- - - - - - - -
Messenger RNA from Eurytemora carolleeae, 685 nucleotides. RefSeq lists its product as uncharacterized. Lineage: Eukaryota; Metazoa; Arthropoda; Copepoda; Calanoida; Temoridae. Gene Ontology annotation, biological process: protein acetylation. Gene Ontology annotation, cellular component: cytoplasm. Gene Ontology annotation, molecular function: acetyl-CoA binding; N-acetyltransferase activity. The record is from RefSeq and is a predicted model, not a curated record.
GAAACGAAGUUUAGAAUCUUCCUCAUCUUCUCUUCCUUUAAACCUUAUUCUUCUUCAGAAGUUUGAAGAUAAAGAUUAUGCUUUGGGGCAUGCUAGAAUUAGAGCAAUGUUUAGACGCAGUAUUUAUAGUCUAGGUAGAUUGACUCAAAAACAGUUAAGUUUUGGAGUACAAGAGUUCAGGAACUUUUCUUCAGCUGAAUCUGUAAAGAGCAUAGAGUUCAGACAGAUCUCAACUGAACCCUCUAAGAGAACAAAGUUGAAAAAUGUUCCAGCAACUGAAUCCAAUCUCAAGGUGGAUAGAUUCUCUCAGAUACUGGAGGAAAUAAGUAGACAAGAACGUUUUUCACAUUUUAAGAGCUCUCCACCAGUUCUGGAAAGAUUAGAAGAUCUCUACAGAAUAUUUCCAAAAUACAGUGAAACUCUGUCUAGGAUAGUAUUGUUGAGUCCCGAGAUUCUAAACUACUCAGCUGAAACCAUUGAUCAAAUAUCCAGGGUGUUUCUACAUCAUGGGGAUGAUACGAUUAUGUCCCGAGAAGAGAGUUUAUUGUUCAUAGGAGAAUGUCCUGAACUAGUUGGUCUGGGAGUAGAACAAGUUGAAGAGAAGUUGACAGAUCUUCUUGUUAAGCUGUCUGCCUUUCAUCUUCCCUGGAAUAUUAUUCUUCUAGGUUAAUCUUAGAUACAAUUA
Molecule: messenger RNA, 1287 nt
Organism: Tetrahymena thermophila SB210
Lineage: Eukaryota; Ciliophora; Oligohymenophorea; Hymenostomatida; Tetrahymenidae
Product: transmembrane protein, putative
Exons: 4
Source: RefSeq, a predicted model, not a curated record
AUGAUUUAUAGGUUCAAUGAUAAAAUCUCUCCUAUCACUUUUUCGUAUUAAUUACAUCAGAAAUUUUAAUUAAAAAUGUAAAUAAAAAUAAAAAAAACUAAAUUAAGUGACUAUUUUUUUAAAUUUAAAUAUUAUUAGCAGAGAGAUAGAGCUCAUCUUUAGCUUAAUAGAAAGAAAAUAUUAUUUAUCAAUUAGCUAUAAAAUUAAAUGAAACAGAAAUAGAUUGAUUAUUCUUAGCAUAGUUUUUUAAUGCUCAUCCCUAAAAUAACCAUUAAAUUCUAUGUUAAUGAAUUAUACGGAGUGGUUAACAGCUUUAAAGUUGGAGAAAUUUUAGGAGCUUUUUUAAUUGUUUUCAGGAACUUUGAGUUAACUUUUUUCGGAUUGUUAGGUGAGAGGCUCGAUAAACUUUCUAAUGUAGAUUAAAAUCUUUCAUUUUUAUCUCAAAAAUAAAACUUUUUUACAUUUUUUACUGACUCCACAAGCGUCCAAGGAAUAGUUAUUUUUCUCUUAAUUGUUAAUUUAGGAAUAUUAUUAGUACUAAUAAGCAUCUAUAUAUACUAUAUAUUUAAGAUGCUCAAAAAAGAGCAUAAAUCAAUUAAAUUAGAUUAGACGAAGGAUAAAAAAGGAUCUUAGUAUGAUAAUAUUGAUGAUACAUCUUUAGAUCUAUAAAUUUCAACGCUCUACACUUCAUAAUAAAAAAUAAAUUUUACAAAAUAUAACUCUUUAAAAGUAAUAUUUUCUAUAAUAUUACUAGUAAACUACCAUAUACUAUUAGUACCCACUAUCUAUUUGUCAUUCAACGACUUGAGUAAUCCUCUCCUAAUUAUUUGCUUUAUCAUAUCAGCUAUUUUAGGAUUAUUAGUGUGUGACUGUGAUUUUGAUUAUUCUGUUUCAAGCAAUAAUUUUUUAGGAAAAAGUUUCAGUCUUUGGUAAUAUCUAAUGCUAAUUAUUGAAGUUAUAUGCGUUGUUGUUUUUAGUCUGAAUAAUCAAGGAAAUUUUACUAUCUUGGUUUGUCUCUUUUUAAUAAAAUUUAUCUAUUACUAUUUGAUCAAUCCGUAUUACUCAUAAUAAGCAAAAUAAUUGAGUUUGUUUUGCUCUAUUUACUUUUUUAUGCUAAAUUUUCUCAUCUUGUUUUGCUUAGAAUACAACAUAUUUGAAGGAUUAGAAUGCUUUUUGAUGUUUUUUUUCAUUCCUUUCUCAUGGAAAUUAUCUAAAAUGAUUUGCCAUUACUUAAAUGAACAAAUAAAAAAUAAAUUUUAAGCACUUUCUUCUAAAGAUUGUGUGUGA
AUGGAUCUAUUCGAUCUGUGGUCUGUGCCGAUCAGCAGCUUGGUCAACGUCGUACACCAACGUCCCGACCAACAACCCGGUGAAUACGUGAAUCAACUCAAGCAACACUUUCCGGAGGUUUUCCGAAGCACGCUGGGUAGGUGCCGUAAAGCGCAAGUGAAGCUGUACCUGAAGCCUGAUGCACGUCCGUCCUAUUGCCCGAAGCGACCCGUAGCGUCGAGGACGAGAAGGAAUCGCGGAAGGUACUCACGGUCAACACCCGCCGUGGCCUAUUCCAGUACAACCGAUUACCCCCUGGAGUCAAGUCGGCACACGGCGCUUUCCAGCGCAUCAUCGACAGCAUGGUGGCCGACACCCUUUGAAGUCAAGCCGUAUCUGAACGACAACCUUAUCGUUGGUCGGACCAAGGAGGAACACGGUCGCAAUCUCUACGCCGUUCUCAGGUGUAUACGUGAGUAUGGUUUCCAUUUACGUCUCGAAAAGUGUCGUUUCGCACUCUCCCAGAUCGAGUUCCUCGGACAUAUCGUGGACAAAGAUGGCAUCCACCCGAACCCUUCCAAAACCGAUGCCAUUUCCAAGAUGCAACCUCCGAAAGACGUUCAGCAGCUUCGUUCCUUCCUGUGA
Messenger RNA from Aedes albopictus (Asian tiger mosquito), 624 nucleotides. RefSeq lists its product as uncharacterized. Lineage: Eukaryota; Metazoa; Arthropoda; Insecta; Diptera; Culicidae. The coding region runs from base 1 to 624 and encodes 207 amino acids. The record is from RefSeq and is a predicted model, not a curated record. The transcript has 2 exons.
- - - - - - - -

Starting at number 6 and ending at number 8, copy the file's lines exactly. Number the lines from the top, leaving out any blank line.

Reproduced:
Product: transmembrane protein, putative
Exons: 4
Source: RefSeq, a predicted model, not a curated record